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Chris Hadfield Can't Wait For The New Moon Missions & He Says It's Like A 'New Frontier'

The first rocket blasts off very soon!🚀

Chris Hadfield at the Audi Innovation Series event. Right: NASA's Artemis I rocket and the moon.

Chris Hadfield at the Audi Innovation Series event. Right: NASA's Artemis I rocket and the moon.

Audi Innovation Series, Aubrey Gemignani | NASA
Senior Editor

NASA is expected to take its first steps toward returning to the moon this year, and retired Canadian astronaut Chris Hadfield couldn’t be more excited.

The former commander of the International Space Station recently spoke to Narcity about the near future of space travel, including NASA's plans to visit the moon, as part of the Audi Innovation Series.

And while Hadfield's spacefaring career was all about the ISS, it sounds like he can't get his mind off the moon these days.

"It's kind of like a whole new frontier," he said.

“We’re building a couple of different rockets that can take people to the moon — and not just to be the early explorers like we did when I was growing up -- but actually to start taking advantage of the moon, to start settling there."

NASA plans to visit the moon in stages. First, they'll send an empty rocket around the moon, then a rocket with people inside, followed by a mission to actually put humans on the surface again in 2024 or 2025. That all begins with launching that uncrewed rocket sometime this year.

Hadfield says the moon has “tremendous potential," and if we can make space travel cheaper, it'll be like exploring a brand new continent.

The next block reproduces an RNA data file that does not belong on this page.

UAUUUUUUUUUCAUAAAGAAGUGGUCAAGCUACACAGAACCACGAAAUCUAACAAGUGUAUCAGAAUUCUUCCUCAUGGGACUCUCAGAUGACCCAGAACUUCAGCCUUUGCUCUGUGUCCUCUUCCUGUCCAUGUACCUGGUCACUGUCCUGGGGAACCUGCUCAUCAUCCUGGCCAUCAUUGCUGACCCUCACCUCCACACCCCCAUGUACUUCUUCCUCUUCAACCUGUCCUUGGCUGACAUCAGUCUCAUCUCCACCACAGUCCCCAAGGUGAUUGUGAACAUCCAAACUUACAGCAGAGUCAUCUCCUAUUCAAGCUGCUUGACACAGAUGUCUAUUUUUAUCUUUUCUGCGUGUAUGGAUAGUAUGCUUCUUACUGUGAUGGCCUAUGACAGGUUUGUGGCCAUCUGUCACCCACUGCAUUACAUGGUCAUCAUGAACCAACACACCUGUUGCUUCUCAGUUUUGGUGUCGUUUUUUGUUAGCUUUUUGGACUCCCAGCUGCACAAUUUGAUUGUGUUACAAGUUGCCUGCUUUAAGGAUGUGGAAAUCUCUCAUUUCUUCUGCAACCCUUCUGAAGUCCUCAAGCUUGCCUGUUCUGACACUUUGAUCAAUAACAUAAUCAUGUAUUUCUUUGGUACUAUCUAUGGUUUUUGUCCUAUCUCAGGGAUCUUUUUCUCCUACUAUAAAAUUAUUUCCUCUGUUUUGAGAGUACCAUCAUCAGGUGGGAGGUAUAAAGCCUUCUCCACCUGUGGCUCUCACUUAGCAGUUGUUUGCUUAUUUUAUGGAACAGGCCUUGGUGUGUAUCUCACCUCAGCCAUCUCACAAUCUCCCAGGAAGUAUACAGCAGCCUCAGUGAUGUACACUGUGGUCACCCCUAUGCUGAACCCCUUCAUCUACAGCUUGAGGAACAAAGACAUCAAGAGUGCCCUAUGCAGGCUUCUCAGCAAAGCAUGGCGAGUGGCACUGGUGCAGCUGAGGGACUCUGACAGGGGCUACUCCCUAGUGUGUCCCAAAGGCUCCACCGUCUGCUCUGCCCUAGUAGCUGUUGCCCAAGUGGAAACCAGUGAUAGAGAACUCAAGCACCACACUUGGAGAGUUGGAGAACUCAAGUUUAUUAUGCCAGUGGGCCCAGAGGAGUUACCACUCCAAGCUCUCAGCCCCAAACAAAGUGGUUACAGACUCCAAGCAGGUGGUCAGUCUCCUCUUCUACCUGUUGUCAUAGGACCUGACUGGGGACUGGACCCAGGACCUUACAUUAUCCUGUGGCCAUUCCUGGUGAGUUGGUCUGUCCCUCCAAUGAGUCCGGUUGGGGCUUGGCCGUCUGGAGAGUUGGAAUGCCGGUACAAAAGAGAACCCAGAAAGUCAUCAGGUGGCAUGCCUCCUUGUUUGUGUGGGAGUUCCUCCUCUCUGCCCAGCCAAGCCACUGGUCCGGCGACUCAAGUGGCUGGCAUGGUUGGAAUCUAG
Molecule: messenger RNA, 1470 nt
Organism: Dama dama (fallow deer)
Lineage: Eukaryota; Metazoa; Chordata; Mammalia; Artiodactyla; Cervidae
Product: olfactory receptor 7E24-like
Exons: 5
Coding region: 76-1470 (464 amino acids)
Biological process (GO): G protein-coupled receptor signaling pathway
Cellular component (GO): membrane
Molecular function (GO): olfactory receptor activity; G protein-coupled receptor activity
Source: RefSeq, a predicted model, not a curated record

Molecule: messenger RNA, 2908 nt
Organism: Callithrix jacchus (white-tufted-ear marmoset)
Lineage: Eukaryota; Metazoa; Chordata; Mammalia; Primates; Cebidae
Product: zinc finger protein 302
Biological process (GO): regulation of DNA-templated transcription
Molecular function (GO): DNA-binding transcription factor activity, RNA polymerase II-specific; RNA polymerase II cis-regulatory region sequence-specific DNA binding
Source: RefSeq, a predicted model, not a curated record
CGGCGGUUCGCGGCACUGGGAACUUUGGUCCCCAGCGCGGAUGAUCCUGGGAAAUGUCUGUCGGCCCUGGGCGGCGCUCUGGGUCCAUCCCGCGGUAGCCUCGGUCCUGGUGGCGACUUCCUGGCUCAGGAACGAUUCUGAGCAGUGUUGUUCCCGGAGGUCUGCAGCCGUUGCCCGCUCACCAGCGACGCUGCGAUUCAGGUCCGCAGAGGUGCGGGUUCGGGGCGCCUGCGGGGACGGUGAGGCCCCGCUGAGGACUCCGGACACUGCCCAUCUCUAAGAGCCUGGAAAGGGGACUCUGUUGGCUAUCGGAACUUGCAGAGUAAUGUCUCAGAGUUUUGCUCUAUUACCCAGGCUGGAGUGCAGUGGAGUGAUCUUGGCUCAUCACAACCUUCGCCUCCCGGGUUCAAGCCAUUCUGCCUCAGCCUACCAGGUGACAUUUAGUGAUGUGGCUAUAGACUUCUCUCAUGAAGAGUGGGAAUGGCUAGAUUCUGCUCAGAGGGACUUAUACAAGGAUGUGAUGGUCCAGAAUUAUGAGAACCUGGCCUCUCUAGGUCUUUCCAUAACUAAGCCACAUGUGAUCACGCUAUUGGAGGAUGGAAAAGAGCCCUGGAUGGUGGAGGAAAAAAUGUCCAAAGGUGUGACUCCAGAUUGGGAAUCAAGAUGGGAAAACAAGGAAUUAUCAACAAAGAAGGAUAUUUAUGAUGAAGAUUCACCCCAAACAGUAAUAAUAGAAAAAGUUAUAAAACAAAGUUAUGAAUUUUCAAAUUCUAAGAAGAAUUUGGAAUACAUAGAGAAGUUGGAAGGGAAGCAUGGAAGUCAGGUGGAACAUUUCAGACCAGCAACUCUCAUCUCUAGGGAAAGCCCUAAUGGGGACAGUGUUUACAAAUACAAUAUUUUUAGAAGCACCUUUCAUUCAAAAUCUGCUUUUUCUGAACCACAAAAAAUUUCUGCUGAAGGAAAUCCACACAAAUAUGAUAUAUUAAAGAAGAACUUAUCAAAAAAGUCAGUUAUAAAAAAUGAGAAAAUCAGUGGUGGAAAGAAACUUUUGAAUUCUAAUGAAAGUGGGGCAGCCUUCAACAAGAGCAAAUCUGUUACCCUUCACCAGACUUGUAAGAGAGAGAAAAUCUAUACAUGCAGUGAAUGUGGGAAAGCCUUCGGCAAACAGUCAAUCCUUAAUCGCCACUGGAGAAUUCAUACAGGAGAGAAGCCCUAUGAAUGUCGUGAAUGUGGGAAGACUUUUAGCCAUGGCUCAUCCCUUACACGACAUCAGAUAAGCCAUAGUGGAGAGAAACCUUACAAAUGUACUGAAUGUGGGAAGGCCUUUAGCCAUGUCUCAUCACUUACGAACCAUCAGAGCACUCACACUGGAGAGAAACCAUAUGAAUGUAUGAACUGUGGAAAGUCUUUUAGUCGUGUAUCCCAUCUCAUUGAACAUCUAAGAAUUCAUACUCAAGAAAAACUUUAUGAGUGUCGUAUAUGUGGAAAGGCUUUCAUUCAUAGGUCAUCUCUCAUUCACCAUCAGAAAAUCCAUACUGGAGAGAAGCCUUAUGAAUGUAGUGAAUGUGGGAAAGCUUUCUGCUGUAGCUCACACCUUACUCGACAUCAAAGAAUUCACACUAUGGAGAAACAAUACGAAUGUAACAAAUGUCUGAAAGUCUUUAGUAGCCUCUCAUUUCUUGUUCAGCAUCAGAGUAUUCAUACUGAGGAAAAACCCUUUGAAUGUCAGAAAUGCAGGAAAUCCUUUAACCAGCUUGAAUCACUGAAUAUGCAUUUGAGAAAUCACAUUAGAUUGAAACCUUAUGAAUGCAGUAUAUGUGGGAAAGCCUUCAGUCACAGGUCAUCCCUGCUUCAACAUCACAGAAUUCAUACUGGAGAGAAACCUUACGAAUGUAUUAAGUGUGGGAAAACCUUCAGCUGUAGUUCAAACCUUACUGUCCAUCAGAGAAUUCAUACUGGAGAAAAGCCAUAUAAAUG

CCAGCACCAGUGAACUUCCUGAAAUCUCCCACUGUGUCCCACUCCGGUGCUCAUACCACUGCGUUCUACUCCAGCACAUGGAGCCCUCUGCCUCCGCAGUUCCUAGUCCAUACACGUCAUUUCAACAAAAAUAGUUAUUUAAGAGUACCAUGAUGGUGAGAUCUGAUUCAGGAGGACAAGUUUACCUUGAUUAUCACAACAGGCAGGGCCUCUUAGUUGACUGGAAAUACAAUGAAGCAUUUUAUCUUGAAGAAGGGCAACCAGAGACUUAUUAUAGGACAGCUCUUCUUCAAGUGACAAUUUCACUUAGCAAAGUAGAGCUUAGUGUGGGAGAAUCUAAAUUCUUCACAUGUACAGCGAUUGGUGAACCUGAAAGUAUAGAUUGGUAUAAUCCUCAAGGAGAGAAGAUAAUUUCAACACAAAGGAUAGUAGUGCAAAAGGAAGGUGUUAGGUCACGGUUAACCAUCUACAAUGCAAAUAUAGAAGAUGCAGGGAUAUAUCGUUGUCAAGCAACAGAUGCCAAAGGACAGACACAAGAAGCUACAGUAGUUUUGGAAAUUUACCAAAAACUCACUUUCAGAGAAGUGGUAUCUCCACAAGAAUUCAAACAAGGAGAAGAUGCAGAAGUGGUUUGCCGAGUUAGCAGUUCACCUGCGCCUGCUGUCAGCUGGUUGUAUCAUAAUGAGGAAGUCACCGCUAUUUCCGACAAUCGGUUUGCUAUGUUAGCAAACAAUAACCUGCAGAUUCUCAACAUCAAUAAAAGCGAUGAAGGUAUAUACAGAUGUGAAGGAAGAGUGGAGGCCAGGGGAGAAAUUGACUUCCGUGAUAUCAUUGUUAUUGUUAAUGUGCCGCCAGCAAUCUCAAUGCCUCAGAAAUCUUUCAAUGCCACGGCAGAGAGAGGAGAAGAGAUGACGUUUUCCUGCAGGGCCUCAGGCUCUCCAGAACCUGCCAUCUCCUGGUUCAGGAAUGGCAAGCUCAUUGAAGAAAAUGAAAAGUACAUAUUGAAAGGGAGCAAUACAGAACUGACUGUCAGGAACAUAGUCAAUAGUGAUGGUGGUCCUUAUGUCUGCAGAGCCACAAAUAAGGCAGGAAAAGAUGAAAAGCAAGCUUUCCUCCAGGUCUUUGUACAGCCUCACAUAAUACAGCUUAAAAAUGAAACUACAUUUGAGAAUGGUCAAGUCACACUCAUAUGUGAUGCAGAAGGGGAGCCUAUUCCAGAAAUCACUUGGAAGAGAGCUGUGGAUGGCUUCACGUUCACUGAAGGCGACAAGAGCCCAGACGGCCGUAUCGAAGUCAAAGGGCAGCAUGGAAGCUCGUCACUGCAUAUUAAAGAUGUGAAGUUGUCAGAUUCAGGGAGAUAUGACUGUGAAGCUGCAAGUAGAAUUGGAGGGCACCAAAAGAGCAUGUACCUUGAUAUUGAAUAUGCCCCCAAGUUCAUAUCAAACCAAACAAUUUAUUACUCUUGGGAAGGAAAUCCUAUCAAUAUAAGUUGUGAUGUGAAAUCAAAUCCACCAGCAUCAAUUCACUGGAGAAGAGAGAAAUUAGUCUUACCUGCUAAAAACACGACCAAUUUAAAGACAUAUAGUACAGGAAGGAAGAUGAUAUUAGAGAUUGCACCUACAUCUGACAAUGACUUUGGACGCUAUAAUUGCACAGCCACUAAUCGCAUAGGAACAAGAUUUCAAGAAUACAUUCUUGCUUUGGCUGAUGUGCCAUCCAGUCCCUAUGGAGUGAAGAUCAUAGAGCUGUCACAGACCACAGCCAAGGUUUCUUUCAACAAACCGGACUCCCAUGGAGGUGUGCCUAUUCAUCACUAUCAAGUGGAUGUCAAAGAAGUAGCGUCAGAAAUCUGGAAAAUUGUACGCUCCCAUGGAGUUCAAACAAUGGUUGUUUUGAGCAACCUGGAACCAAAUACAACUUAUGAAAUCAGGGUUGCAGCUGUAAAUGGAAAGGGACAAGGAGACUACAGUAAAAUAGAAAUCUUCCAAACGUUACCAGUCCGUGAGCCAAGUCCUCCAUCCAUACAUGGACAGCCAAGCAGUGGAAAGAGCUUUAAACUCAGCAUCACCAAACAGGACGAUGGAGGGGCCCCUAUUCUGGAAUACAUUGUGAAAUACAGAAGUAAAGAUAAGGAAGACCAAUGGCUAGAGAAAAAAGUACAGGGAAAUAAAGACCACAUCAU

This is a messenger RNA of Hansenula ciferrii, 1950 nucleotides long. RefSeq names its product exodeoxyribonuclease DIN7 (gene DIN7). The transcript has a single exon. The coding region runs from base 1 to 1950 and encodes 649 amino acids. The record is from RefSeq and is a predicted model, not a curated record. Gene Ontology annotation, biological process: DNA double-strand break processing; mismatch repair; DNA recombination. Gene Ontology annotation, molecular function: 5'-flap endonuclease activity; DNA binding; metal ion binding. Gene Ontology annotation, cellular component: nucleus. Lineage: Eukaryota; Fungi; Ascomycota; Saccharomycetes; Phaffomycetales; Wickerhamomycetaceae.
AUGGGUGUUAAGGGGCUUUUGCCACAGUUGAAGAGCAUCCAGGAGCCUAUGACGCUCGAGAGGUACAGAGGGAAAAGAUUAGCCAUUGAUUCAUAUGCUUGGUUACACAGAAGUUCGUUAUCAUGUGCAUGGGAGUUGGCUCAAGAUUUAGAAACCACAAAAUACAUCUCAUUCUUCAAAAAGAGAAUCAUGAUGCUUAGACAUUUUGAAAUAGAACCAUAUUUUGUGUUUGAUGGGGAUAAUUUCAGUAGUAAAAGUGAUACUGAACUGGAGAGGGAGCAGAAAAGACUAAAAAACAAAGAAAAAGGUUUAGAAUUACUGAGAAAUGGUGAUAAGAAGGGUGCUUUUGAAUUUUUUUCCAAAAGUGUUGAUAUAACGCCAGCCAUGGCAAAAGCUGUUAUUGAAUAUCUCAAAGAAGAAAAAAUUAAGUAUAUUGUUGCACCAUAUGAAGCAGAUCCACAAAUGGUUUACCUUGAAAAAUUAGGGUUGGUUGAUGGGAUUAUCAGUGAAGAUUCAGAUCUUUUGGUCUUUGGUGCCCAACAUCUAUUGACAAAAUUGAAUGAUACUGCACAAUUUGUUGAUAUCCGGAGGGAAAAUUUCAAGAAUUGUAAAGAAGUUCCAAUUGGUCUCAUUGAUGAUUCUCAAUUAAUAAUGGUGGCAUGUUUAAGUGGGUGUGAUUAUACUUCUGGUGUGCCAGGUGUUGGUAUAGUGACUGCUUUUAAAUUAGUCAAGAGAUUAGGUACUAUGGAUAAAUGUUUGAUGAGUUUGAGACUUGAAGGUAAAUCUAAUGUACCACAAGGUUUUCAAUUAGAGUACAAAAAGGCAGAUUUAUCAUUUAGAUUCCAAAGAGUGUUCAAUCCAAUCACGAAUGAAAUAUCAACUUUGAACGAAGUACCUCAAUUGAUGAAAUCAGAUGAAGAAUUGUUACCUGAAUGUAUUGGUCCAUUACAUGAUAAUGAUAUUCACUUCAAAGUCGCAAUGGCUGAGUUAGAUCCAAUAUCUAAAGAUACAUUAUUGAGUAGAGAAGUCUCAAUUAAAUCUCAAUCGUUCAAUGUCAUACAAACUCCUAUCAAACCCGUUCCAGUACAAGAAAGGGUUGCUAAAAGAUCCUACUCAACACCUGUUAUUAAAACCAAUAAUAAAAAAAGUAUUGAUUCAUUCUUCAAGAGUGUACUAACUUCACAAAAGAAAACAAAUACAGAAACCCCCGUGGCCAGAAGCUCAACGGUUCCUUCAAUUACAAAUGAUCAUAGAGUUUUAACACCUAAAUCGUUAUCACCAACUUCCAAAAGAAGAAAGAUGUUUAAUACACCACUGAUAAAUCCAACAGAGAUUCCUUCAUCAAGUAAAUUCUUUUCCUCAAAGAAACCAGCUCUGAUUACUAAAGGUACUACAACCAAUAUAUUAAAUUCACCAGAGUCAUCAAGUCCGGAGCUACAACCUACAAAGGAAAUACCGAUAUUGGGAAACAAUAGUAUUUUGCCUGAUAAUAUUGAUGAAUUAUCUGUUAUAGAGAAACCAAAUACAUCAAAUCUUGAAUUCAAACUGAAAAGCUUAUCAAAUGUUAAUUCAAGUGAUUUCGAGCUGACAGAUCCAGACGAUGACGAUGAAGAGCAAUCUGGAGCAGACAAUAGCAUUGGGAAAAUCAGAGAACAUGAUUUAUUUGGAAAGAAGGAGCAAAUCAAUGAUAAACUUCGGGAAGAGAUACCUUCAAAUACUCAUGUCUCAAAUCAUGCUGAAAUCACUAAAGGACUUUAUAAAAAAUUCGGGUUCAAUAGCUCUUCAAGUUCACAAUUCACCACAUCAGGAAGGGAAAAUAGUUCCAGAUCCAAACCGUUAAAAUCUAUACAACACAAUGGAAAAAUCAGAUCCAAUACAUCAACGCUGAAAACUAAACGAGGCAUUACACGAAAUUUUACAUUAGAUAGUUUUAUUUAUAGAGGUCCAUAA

"We've only just scratched the surface," he said.

Hadfield also shrugged off concerns that space is getting too competitive these days, what with Russia and the West at odds, China pursuing its own space station plans and a bunch of billionaires now running their own rocket companies.

“Sometimes we behave abysmally here on the surface,” Hadfield said. “But meanwhile, exploring the rest of the universe is probably as good an example of cooperation as we have.”

Hadfield was actually part of last year's billionaire space race, as an advisor to Virgin Galactic owner Richard Branson. Hadfield was there to see Branson off on his historic trip last July, which came just a few days before Bezos made his own trip into space.

"It's to the point now where a tourist -- you have to be wealthy still -- but a tourist can buy a ride to space," he said.

"It's easy to get distracted by billionaires and Bill Shatner flying into space," he added. "But the reality is that if you're trying to set up a business in space... it has never been more possible than it is right now."

But while Hadfield is excited to see what we can learn about and do with the moon in the next few years, there’s an even bigger question that he’d love to get an answer to.

“Are we alone or not? To me, that’s the big, big question we’ve been wondering since we’ve looked up,” he said.

He added that it’s a “two-part question,” because if there is life out there, what does that mean for us?

“What can we learn?" he asked. "And is it a threat?"

Of course, if we do find life in space one day, it'll probably come after we witness one small step for a woman in the next few years.

Hadfield, 62, was alive the last time a man walked on the moon, but he still hasn't seen a woman do it -- and that will change just as soon as NASA pulls off its Artemis mission goal.

"Through Artemis missions, NASA will land the first woman and the first person of colour on the moon," NASA says.

And this time we'll all get to watch it live, rather than reading about it in a history book.

"It's a super exciting time," Hadfield said.

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